1. This is an application by the State Government under Article 134(1)(c) of the Constitution of India for leave to appeal to the Supreme Court against certain orders of acquittal passed by this Court in an appeal. The acquittals complained of fall into two classes. In certain cases, the accused concerned has been acquitted of certain of the charges of which he had been convicted by the trial court, while his conviction under certain other charges has been maintained.
In the case of one accused, however, he has been acquitted altogether. The State Government desires to appeal not only from the order of the complete acquittal, but also from the orders of what I may call, partial acquittals. They have asked for the re-arrest of three persons, of whom one is the accused who has been acquitted altogether.
The two others are persons in whose case the convictions of a more serious offence and thehigher sentence passed for them have been set aside, while convictions under a less serious offence and the sentence passed therefor have been maintained, but the shorter sentence having already been served, they also have been set at liberty.
2. In disposing of the application, it is only necessary to say that it is entirely misconceived. The application has been made in disregard of the decision of the Supreme Court in the case of the -- 'State Government Madhya Pradesh v. Ramkrishna Ganpatrao', : AIR1954SC20 (A).
3. Dealing with the question as to whether Article 134 of the Constitution permitted an appeal by the State Government against an order of acquittal, Mahajan, J. as he then was, observed as follows with the complete concurrence of the remaining members of the Bench:
'Article 134 of the Constitution permits an appeal to this Court from any judgment, final order or sentence in a criminal proceeding of a High Court in the territory of India if the High Court has on appeal reversed an order of acquittal of an accused person and sentenced him to death.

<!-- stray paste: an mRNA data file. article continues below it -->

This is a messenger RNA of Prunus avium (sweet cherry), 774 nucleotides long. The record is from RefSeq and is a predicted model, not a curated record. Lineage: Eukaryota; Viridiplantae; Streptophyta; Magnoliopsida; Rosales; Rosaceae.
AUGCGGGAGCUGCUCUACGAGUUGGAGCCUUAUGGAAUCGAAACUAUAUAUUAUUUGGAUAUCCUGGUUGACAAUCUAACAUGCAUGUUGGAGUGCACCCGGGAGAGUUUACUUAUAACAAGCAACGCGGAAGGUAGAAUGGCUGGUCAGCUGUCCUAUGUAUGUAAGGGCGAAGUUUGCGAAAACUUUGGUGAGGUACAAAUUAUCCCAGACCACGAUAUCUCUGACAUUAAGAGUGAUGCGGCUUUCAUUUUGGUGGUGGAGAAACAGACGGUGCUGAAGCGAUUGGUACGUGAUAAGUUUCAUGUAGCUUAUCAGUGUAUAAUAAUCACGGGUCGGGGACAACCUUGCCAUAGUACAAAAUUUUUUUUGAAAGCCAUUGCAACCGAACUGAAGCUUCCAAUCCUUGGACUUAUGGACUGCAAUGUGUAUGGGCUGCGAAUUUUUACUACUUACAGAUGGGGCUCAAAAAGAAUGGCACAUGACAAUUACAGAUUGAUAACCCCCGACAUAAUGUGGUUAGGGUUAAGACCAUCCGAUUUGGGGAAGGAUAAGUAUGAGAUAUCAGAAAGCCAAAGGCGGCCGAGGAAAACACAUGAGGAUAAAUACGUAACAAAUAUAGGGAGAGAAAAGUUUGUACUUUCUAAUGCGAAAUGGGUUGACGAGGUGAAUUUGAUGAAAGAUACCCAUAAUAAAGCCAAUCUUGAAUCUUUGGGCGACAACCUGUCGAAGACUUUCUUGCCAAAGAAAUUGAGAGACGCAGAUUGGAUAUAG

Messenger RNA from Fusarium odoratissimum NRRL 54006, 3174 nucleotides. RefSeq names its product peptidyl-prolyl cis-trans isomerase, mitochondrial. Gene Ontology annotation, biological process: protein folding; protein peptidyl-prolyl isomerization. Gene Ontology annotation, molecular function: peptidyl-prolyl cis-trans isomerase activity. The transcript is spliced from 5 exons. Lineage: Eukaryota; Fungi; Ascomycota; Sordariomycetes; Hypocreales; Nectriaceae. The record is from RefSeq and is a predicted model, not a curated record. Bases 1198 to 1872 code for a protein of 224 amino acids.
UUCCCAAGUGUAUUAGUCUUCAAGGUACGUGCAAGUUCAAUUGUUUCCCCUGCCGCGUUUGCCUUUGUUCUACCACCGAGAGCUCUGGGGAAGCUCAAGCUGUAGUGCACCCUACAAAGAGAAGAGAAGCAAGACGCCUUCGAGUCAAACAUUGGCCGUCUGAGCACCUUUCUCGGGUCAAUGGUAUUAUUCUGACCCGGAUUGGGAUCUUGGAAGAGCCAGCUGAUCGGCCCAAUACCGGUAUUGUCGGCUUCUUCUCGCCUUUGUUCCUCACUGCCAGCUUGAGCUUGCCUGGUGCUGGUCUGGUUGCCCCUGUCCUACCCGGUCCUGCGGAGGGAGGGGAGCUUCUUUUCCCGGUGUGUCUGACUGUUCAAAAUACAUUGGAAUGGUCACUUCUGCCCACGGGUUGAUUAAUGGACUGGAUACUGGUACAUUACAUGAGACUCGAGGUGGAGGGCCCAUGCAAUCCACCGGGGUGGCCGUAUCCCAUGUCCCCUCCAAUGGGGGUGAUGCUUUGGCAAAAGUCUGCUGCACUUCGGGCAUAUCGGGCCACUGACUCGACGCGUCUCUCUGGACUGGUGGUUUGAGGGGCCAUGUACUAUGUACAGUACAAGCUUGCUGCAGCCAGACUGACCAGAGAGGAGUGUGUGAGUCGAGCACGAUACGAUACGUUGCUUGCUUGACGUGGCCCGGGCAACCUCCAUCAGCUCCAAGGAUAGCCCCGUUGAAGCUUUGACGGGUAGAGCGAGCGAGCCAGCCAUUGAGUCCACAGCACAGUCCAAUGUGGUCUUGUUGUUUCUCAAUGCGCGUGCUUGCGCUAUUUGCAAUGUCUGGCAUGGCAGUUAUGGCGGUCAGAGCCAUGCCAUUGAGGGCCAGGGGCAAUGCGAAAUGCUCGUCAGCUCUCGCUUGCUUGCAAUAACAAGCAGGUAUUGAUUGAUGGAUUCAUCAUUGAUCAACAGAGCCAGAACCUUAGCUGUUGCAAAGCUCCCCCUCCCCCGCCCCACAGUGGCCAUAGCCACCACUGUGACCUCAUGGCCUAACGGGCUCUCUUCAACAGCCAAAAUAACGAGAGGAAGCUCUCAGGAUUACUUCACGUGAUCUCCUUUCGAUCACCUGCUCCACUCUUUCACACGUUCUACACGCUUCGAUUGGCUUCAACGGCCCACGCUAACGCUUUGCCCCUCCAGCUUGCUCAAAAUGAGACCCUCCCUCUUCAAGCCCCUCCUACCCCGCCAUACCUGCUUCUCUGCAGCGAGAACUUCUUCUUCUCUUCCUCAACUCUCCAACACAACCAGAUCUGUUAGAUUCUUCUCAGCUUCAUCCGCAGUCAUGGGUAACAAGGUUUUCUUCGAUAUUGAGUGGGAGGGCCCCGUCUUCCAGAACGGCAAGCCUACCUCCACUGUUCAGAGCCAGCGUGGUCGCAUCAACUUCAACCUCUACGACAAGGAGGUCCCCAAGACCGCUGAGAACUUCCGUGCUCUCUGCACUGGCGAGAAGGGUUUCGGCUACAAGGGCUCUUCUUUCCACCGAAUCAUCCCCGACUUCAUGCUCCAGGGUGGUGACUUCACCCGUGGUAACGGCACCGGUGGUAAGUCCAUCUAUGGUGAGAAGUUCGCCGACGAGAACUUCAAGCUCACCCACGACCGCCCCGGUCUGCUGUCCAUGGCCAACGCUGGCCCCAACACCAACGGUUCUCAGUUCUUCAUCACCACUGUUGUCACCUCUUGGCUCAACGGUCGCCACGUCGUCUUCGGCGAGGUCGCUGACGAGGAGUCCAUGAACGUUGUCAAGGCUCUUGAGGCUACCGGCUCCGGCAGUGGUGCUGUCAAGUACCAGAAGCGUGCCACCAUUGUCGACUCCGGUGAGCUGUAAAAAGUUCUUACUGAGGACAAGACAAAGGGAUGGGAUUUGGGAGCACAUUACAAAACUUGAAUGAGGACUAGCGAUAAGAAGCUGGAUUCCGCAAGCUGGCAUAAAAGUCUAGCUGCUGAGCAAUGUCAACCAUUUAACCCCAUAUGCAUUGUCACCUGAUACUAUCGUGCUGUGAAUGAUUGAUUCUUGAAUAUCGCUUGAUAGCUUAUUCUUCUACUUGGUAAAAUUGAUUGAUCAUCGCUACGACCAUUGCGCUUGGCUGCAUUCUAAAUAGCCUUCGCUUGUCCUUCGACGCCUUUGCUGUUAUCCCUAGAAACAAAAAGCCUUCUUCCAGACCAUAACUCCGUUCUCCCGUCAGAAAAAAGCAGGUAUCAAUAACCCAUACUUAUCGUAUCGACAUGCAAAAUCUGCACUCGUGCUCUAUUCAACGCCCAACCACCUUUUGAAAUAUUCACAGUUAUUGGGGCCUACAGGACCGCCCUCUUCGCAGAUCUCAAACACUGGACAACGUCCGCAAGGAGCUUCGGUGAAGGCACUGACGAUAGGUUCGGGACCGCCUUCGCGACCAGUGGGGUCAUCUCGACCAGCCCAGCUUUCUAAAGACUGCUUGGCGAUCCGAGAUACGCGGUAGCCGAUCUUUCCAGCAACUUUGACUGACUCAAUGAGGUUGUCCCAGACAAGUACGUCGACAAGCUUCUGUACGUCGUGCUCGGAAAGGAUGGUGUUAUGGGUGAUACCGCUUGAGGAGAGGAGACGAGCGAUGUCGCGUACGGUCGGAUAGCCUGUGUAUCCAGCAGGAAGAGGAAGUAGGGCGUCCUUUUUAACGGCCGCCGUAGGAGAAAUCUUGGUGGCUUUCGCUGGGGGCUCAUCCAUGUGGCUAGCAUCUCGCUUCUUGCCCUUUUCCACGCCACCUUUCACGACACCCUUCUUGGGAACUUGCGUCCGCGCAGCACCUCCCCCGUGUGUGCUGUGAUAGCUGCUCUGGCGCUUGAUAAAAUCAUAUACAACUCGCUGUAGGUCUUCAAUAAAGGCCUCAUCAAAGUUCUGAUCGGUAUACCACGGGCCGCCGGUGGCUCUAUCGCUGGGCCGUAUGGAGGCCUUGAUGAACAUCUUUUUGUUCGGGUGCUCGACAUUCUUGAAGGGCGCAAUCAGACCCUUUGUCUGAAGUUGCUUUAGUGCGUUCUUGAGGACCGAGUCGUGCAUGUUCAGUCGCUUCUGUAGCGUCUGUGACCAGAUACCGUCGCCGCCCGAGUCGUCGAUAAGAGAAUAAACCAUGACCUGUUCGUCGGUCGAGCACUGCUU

It does not provide for an appeal from a judgment, final order or sentence in a criminal proceeding of a High Court if the High Court has on appeal reversed an order of conviction of an accused person and has ordered his acquittal. In other words, there is no provision in the Constitution corresponding to Section 417, Criminal P. C. and such an order is final, subject, however, to the overriding powers vested in this Court by Article 136 of the Constitution'. Explanation is needless. On the construction put by the Supreme Court on Article 134 of the Constitution of India, this application must be held to be not maintainable.
4. It may be said that the terms of Sub-clause (c) of Article 134 are perfectly general, not less general than those of Article 136, and that therefore there is no apparent reason why appeals against acquittals should be regarded as excluded from its purview. It is not open to us to entertain an argument of that kind. We have no right to assume that their Lordships of the Supreme Court overlooked Sub-clause (c) of Article 134 or that having noticed it, they did not intend to pronounce on its effect.
They had before them a case in which the High Court had set aside a conviction in an appeal and passed an order of acquittal & they say in the clearest terms that subject to any order that) might be made under Article 136, the acquittal was final. They say further that an appeal against such an order of acquittal does not come under Article 134. When the Supreme Court to which the present (appeal is proposed to be taken has itself said that no appeal would lie in ' such a case under Article 134 we have no jurisdiction to hold to the contrary.
5. The application is accordingly rejected.
6. I agree.